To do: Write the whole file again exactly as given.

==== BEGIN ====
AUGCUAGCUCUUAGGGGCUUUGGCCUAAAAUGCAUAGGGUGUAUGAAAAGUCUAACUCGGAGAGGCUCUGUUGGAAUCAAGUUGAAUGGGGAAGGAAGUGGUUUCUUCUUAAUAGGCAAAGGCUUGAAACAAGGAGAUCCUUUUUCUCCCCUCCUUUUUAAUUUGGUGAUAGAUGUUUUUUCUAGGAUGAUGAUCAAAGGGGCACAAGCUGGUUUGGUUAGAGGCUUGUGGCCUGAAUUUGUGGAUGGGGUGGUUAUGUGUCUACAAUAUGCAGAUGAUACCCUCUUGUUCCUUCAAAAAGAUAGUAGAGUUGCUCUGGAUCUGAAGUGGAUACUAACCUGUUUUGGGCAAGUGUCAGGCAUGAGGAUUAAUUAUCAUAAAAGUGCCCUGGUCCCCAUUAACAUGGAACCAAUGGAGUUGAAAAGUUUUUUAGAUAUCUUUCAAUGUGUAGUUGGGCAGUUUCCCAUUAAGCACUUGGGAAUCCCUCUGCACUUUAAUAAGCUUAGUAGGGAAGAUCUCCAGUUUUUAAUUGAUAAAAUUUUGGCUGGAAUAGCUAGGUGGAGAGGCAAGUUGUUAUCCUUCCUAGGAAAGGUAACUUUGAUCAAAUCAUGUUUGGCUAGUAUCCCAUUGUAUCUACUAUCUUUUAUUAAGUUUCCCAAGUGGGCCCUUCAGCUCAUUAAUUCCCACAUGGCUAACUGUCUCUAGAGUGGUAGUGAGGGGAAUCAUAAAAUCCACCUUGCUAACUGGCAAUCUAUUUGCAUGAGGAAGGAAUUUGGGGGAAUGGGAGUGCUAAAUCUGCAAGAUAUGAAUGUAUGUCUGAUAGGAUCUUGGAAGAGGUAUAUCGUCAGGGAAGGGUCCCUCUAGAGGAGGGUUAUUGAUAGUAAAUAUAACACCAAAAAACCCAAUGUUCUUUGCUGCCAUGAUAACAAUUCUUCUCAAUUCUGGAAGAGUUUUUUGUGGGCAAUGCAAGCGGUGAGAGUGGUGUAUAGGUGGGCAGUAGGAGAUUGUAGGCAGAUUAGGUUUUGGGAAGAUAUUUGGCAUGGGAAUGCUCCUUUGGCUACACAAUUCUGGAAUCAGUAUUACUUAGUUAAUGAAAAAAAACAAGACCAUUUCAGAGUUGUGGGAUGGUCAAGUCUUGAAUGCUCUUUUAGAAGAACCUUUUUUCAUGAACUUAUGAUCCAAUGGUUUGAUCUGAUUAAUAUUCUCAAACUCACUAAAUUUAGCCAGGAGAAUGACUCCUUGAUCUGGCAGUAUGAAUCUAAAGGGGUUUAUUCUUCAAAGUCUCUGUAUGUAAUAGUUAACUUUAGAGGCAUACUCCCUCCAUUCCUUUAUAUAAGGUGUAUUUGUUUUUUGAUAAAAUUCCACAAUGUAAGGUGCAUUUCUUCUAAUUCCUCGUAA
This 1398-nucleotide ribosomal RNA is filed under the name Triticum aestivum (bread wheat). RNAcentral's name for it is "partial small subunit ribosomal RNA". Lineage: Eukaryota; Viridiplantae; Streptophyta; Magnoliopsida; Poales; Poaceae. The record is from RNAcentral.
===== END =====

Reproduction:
AUGCUAGCUCUUAGGGGCUUUGGCCUAAAAUGCAUAGGGUGUAUGAAAAGUCUAACUCGGAGAGGCUCUGUUGGAAUCAAGUUGAAUGGGGAAGGAAGUGGUUUCUUCUUAAUAGGCAAAGGCUUGAAACAAGGAGAUCCUUUUUCUCCCCUCCUUUUUAAUUUGGUGAUAGAUGUUUUUUCUAGGAUGAUGAUCAAAGGGGCACAAGCUGGUUUGGUUAGAGGCUUGUGGCCUGAAUUUGUGGAUGGGGUGGUUAUGUGUCUACAAUAUGCAGAUGAUACCCUCUUGUUCCUUCAAAAAGAUAGUAGAGUUGCUCUGGAUCUGAAGUGGAUACUAACCUGUUUUGGGCAAGUGUCAGGCAUGAGGAUUAAUUAUCAUAAAAGUGCCCUGGUCCCCAUUAACAUGGAACCAAUGGAGUUGAAAAGUUUUUUAGAUAUCUUUCAAUGUGUAGUUGGGCAGUUUCCCAUUAAGCACUUGGGAAUCCCUCUGCACUUUAAUAAGCUUAGUAGGGAAGAUCUCCAGUUUUUAAUUGAUAAAAUUUUGGCUGGAAUAGCUAGGUGGAGAGGCAAGUUGUUAUCCUUCCUAGGAAAGGUAACUUUGAUCAAAUCAUGUUUGGCUAGUAUCCCAUUGUAUCUACUAUCUUUUAUUAAGUUUCCCAAGUGGGCCCUUCAGCUCAUUAAUUCCCACAUGGCUAACUGUCUCUAGAGUGGUAGUGAGGGGAAUCAUAAAAUCCACCUUGCUAACUGGCAAUCUAUUUGCAUGAGGAAGGAAUUUGGGGGAAUGGGAGUGCUAAAUCUGCAAGAUAUGAAUGUAUGUCUGAUAGGAUCUUGGAAGAGGUAUAUCGUCAGGGAAGGGUCCCUCUAGAGGAGGGUUAUUGAUAGUAAAUAUAACACCAAAAAACCCAAUGUUCUUUGCUGCCAUGAUAACAAUUCUUCUCAAUUCUGGAAGAGUUUUUUGUGGGCAAUGCAAGCGGUGAGAGUGGUGUAUAGGUGGGCAGUAGGAGAUUGUAGGCAGAUUAGGUUUUGGGAAGAUAUUUGGCAUGGGAAUGCUCCUUUGGCUACACAAUUCUGGAAUCAGUAUUACUUAGUUAAUGAAAAAAAACAAGACCAUUUCAGAGUUGUGGGAUGGUCAAGUCUUGAAUGCUCUUUUAGAAGAACCUUUUUUCAUGAACUUAUGAUCCAAUGGUUUGAUCUGAUUAAUAUUCUCAAACUCACUAAAUUUAGCCAGGAGAAUGACUCCUUGAUCUGGCAGUAUGAAUCUAAAGGGGUUUAUUCUUCAAAGUCUCUGUAUGUAAUAGUUAACUUUAGAGGCAUACUCCCUCCAUUCCUUUAUAUAAGGUGUAUUUGUUUUUUGAUAAAAUUCCACAAUGUAAGGUGCAUUUCUUCUAAUUCCUCGUAA
This 1398-nucleotide ribosomal RNA is filed under the name Triticum aestivum (bread wheat). RNAcentral's name for it is "partial small subunit ribosomal RNA". Lineage: Eukaryota; Viridiplantae; Streptophyta; Magnoliopsida; Poales; Poaceae. The record is from RNAcentral.